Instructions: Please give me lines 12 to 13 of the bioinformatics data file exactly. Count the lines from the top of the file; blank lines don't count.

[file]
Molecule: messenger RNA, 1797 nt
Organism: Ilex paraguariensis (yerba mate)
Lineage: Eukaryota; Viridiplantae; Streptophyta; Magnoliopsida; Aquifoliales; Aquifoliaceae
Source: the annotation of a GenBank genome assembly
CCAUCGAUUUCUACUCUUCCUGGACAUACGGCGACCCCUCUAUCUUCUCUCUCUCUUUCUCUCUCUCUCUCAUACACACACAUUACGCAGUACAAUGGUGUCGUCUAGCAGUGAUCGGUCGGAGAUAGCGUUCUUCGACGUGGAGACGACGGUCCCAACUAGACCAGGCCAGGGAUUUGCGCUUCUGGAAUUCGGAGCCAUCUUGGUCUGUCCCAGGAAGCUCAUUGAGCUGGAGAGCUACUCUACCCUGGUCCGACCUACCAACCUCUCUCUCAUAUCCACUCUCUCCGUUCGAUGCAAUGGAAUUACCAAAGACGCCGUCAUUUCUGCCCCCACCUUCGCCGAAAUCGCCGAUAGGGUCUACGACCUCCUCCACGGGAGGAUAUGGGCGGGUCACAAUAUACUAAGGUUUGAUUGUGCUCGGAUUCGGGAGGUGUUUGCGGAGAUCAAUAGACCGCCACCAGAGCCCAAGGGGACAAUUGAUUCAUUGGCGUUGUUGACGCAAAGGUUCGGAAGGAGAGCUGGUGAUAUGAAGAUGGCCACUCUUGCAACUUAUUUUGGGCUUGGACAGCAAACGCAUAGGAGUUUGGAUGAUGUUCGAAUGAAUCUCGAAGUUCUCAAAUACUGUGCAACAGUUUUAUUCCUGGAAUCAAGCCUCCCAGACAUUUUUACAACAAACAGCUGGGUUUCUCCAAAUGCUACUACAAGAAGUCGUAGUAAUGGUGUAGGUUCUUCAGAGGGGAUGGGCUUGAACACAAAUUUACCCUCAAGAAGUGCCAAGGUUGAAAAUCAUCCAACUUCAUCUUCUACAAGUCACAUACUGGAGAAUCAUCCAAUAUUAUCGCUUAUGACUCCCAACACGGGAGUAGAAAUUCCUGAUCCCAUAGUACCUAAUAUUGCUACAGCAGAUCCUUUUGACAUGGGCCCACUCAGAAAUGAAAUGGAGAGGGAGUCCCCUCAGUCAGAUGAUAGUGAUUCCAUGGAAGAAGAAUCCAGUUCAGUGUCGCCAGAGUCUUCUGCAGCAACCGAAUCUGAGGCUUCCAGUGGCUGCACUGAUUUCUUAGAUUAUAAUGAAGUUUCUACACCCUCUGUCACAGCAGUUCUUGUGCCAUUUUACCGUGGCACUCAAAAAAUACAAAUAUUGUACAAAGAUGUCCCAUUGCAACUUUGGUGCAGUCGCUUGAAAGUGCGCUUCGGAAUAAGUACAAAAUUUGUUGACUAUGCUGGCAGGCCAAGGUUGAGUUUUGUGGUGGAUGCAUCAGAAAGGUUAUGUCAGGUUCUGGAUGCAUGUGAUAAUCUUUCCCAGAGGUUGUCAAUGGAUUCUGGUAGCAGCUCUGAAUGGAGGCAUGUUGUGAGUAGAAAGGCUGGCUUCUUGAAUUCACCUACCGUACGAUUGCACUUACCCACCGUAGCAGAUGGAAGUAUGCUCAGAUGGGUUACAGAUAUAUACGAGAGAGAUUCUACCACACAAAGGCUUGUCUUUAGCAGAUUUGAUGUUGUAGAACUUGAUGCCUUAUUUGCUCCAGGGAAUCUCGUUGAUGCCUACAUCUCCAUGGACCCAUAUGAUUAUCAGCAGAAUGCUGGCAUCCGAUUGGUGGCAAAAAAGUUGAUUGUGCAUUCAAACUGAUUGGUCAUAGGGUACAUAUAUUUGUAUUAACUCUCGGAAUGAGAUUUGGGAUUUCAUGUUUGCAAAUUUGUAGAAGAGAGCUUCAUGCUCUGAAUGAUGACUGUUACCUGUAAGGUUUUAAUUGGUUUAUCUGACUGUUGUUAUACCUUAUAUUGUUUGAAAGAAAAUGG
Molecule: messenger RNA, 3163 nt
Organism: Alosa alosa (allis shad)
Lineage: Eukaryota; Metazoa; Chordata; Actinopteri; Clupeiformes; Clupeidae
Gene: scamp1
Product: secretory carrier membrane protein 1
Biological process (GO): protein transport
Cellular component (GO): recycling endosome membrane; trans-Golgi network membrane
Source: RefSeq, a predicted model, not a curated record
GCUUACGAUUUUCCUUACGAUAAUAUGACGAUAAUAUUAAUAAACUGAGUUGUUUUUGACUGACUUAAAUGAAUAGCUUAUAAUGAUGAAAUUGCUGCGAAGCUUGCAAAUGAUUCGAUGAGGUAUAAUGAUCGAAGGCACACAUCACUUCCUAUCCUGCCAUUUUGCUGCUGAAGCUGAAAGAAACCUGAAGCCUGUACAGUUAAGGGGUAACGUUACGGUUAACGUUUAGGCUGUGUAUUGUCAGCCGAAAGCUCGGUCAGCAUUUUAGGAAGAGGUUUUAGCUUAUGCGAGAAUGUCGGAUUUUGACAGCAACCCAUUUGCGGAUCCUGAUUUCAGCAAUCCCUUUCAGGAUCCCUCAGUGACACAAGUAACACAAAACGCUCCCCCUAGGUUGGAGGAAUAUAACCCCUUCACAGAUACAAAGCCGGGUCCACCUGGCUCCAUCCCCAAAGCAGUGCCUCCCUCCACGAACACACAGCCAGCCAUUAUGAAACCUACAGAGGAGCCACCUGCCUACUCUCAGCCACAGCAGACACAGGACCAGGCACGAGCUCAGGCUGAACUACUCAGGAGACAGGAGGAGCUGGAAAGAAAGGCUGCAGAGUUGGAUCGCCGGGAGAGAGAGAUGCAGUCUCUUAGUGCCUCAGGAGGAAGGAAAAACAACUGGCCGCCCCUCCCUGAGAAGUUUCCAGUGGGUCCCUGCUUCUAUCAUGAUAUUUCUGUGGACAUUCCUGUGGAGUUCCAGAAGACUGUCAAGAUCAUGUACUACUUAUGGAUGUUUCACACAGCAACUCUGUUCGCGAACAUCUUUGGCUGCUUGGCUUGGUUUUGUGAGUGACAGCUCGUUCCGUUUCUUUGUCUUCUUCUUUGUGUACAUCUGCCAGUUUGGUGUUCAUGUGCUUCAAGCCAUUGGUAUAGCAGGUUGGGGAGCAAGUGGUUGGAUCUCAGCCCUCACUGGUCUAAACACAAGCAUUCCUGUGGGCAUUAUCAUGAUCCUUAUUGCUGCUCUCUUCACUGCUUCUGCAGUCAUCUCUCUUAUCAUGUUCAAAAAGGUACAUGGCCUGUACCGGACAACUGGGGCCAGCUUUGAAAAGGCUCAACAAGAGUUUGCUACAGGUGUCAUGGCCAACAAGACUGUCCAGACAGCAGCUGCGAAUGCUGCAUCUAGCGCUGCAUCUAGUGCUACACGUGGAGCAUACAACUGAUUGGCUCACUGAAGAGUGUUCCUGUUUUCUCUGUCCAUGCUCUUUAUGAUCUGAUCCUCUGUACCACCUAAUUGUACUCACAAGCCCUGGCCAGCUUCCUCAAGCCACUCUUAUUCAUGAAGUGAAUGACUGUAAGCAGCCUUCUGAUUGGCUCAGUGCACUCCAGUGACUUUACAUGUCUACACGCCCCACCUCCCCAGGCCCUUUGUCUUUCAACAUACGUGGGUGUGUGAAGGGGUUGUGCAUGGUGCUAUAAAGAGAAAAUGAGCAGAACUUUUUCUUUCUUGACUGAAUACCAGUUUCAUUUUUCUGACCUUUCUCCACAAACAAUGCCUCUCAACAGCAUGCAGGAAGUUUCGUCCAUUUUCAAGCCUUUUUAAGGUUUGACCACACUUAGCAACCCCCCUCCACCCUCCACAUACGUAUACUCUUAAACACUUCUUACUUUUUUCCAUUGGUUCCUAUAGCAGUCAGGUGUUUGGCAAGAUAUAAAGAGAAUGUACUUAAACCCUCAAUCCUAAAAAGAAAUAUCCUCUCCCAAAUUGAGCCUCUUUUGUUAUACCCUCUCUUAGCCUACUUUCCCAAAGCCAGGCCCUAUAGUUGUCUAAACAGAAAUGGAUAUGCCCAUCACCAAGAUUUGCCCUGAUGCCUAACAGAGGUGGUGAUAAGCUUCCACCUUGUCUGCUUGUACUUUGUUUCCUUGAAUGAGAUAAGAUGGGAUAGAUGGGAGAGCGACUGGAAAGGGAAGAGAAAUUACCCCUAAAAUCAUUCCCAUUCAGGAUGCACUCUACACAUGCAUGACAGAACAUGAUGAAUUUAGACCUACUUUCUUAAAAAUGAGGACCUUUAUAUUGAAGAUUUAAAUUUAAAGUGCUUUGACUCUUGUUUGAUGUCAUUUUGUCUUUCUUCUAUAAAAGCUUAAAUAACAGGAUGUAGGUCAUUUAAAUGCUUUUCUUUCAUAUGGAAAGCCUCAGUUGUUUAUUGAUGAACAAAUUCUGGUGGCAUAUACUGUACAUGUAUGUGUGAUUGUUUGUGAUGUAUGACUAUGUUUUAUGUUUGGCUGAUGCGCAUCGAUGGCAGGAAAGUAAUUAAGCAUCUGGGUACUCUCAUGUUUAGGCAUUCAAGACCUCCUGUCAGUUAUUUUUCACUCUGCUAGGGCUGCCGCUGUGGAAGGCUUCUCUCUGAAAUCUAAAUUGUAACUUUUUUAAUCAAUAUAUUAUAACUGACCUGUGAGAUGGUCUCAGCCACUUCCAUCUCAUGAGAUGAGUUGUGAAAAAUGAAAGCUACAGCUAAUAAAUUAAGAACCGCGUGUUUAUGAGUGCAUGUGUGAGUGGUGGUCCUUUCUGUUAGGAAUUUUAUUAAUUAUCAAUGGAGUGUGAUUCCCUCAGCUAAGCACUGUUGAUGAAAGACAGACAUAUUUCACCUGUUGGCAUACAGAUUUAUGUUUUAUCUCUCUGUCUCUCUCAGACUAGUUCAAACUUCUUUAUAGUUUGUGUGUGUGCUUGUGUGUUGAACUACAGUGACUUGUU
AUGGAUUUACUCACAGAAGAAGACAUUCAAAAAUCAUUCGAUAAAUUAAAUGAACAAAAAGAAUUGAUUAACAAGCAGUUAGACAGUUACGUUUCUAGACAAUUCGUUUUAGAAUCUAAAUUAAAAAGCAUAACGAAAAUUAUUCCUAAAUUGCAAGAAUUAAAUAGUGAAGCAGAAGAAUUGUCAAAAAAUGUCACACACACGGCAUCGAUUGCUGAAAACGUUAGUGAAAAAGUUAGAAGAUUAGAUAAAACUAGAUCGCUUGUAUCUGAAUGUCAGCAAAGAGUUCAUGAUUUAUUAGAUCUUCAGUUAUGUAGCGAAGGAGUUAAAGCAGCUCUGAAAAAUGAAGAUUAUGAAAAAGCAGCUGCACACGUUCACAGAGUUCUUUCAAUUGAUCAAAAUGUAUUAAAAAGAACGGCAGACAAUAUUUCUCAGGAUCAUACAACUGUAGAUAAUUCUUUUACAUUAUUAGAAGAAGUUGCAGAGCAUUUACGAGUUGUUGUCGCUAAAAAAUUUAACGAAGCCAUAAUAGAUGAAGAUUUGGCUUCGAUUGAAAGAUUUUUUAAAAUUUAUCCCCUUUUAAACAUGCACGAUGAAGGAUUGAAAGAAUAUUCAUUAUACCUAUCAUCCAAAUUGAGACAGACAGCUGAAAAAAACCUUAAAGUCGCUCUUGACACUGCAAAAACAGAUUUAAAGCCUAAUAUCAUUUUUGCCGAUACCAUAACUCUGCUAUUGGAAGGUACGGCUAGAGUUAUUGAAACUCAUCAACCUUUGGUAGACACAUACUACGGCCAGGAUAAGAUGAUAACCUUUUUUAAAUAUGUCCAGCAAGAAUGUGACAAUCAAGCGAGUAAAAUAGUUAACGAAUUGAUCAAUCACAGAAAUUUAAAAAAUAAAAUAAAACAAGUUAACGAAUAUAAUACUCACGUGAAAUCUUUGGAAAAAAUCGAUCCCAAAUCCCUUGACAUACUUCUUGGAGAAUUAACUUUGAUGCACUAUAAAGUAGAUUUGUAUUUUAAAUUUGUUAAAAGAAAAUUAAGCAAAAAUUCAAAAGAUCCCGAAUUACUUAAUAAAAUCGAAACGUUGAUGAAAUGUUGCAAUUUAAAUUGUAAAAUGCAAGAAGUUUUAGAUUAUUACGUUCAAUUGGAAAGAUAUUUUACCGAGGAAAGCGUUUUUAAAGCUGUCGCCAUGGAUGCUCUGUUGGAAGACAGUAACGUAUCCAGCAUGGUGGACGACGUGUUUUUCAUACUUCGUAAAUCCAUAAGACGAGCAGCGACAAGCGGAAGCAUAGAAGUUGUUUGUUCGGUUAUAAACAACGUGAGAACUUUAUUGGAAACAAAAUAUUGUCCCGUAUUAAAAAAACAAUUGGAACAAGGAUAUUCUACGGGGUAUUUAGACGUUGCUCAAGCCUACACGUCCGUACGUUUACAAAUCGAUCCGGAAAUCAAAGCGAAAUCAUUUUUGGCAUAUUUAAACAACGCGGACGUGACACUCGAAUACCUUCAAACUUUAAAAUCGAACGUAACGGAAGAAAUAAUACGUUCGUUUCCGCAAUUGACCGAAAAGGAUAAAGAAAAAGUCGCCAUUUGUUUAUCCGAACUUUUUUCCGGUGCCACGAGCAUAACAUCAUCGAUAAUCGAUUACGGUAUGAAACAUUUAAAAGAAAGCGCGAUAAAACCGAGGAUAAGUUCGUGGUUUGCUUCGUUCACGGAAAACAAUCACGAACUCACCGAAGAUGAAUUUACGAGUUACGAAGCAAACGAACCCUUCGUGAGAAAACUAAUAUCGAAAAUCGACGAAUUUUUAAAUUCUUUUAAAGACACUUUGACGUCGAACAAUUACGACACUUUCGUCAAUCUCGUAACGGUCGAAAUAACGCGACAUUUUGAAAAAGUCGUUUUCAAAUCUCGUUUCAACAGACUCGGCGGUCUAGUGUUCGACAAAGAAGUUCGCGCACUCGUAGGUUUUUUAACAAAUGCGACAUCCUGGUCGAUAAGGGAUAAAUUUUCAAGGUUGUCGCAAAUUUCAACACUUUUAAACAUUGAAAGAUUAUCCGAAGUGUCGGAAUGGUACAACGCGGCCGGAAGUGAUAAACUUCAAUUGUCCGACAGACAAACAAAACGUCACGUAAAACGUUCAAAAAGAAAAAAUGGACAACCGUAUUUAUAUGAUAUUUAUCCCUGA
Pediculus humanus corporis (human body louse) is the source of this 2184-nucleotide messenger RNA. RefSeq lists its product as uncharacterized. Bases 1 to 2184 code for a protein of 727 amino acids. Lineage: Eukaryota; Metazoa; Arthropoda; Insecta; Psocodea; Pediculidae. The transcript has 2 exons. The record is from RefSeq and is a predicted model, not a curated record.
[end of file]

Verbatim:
Cellular component (GO): recycling endosome membrane; trans-Golgi network membrane
Source: RefSeq, a predicted model, not a curated record